Clinton Urges Indian Businesses to Invest in U.S.

U.S. Senator and presidential candidate Hillary Rodham Clinton said the U.S. is not just a market for foreign companies to sell into but to invest in as well.

In a satellite TV address to a conference of Indian business leaders gathered in Santa Clara, California, Clinton said Friday that many global businesses are eager to sell to American consumers, while at the same time American jobs are being exported to lower wage countries.

Offshoring eliminates good-paying jobs in the U.S. and threatens the middle class, she said. While the U.S. accounts for only 5 percent of the world's population, it accounts for about 20 percent of the world's gross domestic product, a measure of economic activity.

"Countries around the world rely on our marketplace and Americans are literally fueling economic growth throughout the world," Clinton said. "We can promote shared prosperity and a race to the top, not to the bottom."

Rather than just sell to Americans, foreign companies should establish business operations in the U.S., which has a highly educated and highly productive workforce and efficient capital markets, Clinton said. "I have serious concerns about creating good jobs right here in the United States."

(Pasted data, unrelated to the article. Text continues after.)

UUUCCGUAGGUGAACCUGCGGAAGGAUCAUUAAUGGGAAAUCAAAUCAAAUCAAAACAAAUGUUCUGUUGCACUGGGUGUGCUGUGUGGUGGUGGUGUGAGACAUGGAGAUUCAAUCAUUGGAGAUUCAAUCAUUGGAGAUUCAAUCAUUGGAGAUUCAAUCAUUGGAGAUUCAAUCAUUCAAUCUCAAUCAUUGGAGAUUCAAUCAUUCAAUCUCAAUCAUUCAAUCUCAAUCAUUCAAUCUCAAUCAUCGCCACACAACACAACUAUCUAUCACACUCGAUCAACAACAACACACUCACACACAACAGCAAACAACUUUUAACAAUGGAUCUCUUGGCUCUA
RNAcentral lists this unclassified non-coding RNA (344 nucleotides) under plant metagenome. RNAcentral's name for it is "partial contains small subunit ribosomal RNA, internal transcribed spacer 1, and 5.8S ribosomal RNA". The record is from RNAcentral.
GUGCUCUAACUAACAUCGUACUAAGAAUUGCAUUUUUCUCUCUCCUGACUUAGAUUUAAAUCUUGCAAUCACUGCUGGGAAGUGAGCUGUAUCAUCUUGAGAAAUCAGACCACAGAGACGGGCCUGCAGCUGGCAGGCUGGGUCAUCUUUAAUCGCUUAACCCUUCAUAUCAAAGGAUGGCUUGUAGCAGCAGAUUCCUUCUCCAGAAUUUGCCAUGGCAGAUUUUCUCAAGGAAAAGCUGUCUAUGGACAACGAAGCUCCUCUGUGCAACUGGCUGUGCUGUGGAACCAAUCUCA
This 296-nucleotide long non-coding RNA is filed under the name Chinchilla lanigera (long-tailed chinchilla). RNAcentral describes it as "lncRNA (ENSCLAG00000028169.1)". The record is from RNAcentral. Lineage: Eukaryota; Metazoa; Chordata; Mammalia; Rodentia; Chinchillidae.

The Democratic candidate's audience was an estimated 4,000 attendees at the Indian Institute of Technology (IIT) 2007 Global Conference, which concluded a three-day run Sunday. IIT, an engineering and science school founded in 1950, operates seven campuses throughout India. The alumni association, PAN IIT, hosted the conference. Of 100,000 IIT alumni, 25 percent of them live and work in the U.S.

Clinton was the only one of the 2008 U.S. presidential candidates to accept an invitation to speak at the conference, organizers said. The group is trying to take a more proactive role in public policy issues.

"I think our political involvement has lagged behind our overall presence and economic involvement in the country. I'm glad our political activity is catching up to what it should be," said Rajat Gupta, former managing director of the consulting firm McKinsey & Co. and a conference organizer.

The Indian business group won Clinton's support for increasing the number of H1-B visas granted annually in the U.S. to 115,000 from 65,000 now. Some U.S. companies say they need to hire highly skilled engineers from India and other countries because of a shortage of them in the U.S. Unfortunately, that increase was one of many provisions in the immigration reform bill that died in the U.S. Congress June 28. PAN IIT hopes the H1-B increase can be brought back as a separate piece of legislation.

Clinton also called for encouraging American students to study math, engineering and science to prepare them for more tech industry jobs in the future. She also called for specific outreach to female and minority students kept under a glass ceiling preventing them from advancing to good paying tech jobs.

"I think that's important. In fact, I'm trying to break a very high and very hard ceiling myself," she said.

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